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Miscarriage is no one’s fault!

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Hundreds of questions popped into my head. Would the accident affect my wife’s health or the baby? Konstantinos Koukopoulos/Flickr

NO one can foresee misfortune coming your way. There are people who pass away at a very old age, and there are those who are gone even before they even glimpse the first light of day.

Three weeks ago, the unimaginable happened: I was astride my motorbike with my wife, who was one-month pregnant, to her office near the international airport. I am a slow and careful driver, but bad luck stirred that morning. We ran over an oil patch left by a car accident the previous night — and whoa, we fell. Not seriously injured, but my wife was white as a sheet, started crying because she thought she had lost our baby. I confessed I feared the same.

That evening we went to the hospital. I was waiting nervously while my wife was being examined by the doctor. This baby, the first one, is priceless for us. Hundreds of questions popped into my head. Would the accident affect my wife’s health or the baby? Would we be able to conceive again? But, more grieviously, if we really lost the baby, would my wife forgive me as a clumsy driver?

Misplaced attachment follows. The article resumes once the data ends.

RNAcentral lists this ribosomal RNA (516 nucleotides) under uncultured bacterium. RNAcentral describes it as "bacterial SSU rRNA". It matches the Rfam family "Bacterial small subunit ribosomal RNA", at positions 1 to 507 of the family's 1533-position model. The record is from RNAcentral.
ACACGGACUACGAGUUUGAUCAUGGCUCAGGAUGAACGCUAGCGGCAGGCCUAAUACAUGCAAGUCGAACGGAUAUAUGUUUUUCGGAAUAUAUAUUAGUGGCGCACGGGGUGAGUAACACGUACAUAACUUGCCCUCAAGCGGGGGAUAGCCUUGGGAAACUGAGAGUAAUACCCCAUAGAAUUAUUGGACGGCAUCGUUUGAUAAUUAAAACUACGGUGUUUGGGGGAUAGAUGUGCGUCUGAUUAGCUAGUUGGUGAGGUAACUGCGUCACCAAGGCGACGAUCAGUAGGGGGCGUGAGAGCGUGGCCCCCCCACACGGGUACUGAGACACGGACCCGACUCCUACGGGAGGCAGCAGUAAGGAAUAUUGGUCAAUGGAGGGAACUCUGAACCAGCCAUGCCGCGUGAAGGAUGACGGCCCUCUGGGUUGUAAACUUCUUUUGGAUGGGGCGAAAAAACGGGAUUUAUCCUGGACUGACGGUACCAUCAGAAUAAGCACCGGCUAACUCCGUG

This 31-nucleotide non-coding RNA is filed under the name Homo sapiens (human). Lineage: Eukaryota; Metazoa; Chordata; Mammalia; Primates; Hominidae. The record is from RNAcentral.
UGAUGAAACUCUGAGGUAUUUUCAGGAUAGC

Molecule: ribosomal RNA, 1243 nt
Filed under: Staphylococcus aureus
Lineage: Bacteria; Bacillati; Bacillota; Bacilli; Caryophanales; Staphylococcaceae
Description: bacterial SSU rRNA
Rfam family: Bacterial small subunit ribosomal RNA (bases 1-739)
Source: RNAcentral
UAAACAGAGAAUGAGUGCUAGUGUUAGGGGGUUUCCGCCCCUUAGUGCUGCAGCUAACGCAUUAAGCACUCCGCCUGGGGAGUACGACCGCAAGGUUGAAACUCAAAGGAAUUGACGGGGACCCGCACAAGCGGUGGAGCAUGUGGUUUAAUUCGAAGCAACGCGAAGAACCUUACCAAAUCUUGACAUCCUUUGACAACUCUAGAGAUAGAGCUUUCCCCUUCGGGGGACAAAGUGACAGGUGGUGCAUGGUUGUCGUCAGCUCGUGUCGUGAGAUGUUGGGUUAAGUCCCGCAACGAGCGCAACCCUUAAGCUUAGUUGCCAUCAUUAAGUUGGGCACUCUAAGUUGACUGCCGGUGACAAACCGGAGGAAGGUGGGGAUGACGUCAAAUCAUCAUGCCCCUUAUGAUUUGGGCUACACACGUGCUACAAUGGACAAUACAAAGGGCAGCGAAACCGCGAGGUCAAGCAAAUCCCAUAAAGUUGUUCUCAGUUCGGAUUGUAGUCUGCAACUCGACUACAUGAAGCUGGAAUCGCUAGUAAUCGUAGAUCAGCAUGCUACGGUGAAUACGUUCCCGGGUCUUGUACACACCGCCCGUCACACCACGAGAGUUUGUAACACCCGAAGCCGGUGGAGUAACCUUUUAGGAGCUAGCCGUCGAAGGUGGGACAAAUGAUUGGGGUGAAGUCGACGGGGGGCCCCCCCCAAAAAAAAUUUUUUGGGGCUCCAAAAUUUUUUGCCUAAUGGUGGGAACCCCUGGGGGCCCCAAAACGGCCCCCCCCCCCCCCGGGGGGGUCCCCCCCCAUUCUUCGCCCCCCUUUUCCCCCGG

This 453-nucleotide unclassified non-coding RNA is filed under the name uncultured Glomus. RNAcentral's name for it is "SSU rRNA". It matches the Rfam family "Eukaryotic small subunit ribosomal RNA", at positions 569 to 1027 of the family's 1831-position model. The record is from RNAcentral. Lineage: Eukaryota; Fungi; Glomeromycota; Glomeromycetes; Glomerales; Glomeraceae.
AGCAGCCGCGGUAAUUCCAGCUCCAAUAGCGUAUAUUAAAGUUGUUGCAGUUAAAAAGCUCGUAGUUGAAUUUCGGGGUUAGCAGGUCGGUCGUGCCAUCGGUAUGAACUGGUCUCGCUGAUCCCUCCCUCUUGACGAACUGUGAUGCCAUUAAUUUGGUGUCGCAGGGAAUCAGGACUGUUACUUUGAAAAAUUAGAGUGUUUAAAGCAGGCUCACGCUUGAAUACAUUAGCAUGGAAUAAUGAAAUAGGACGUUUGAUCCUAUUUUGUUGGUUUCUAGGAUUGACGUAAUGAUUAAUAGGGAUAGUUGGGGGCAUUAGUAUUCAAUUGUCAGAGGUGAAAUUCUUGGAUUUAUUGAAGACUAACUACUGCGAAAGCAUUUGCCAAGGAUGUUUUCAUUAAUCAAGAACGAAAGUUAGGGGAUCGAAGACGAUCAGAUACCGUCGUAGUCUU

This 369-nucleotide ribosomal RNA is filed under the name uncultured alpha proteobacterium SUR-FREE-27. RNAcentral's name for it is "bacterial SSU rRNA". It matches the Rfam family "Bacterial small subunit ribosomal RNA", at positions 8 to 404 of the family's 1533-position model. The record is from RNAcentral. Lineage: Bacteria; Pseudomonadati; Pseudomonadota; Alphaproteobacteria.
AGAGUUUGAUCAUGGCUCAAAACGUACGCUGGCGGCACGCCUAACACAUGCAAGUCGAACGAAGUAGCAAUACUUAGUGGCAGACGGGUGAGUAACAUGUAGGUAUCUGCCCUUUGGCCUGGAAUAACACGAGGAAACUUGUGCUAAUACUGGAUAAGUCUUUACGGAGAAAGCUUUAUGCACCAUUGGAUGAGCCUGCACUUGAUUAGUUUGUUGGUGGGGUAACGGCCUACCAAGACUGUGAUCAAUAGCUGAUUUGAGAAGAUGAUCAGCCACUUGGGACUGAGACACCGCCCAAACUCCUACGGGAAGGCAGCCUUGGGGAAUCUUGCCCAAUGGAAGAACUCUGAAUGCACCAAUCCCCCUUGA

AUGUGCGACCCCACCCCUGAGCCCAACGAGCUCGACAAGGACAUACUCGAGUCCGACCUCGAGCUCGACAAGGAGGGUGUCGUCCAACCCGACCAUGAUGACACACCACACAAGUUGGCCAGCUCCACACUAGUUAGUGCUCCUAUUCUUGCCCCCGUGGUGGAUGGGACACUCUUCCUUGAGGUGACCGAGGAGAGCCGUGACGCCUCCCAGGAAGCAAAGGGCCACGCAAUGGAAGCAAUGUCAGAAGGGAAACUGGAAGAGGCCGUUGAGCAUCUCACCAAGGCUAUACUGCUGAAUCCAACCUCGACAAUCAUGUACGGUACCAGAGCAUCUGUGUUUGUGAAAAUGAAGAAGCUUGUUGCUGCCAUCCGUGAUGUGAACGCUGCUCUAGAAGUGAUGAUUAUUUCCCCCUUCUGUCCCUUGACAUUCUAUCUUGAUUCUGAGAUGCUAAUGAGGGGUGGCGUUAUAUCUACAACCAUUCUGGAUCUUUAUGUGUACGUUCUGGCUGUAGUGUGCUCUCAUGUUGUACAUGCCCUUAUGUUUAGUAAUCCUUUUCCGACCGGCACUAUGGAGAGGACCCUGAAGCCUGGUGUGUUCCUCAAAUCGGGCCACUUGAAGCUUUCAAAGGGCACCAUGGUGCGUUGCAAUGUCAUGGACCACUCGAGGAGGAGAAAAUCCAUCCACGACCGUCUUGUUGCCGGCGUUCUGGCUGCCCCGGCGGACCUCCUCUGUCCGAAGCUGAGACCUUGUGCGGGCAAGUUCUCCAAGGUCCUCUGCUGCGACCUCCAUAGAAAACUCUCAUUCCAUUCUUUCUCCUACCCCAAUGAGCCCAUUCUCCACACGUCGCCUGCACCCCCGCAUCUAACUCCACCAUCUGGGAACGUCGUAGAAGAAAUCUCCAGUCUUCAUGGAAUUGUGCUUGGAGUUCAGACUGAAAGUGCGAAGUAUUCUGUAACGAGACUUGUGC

Unable to stand the suspense, I whipped out my smartphone and googled Can falling cause miscarriage? One common answer from all the websites was ‘Yes’ (I nearly fainted), but they also said that the risk actually depends on the stage of pregnancy (Thank God, a bit relieved now). Falling during early pregnancy, the first three months, will not lead to miscarriage because during this time, the uterus sits low in the pelvis and is thus well protected by the pelvic bones of the mother.

Yet, I also found something I first thought was scarier — miscarriage in the First Trimester. (Oh, my gosh! I just wanted to throw the phone away.) But, I should read about it in detail first.

People think a miscarriage is rare, and it is the woman who brings upon herself. This, later confirmed by our doctor, is a misconception, but its impact could be huge.

Stop to acknowledge the passing of your child, don’t let distance grow between you and your partner. Freepik

According to a survey published by Obstetrics & Gynecology in 2015, more than 25 percent of the people who have or whose partners have experienced pregnancy say they felt shame. Many of them felt they lost a child while more than half felt guilty about it and think that it occurs in less than 6% of all pregnancy.

According to Dr Zev William, who directs the Program for Early and Recurrent Pregnancy Loss at Einstein College of Medicine of Yeshiva University and Montefiore Medical Center in New York, miscarriages are the most frequent complication, happening to 1 in very 4 pregnant women.

“Because miscarriage is very common but rarely discussed, many women and couples feel very isolated and alone after suffering a miscarriage,” Dr Williams writes in a report. “…We want people who experience miscarriage to know that they’re not alone—that miscarriages are all too common and that tests are available to help them learn what caused their miscarriage, and hopefully to help them in subsequent pregnancies.”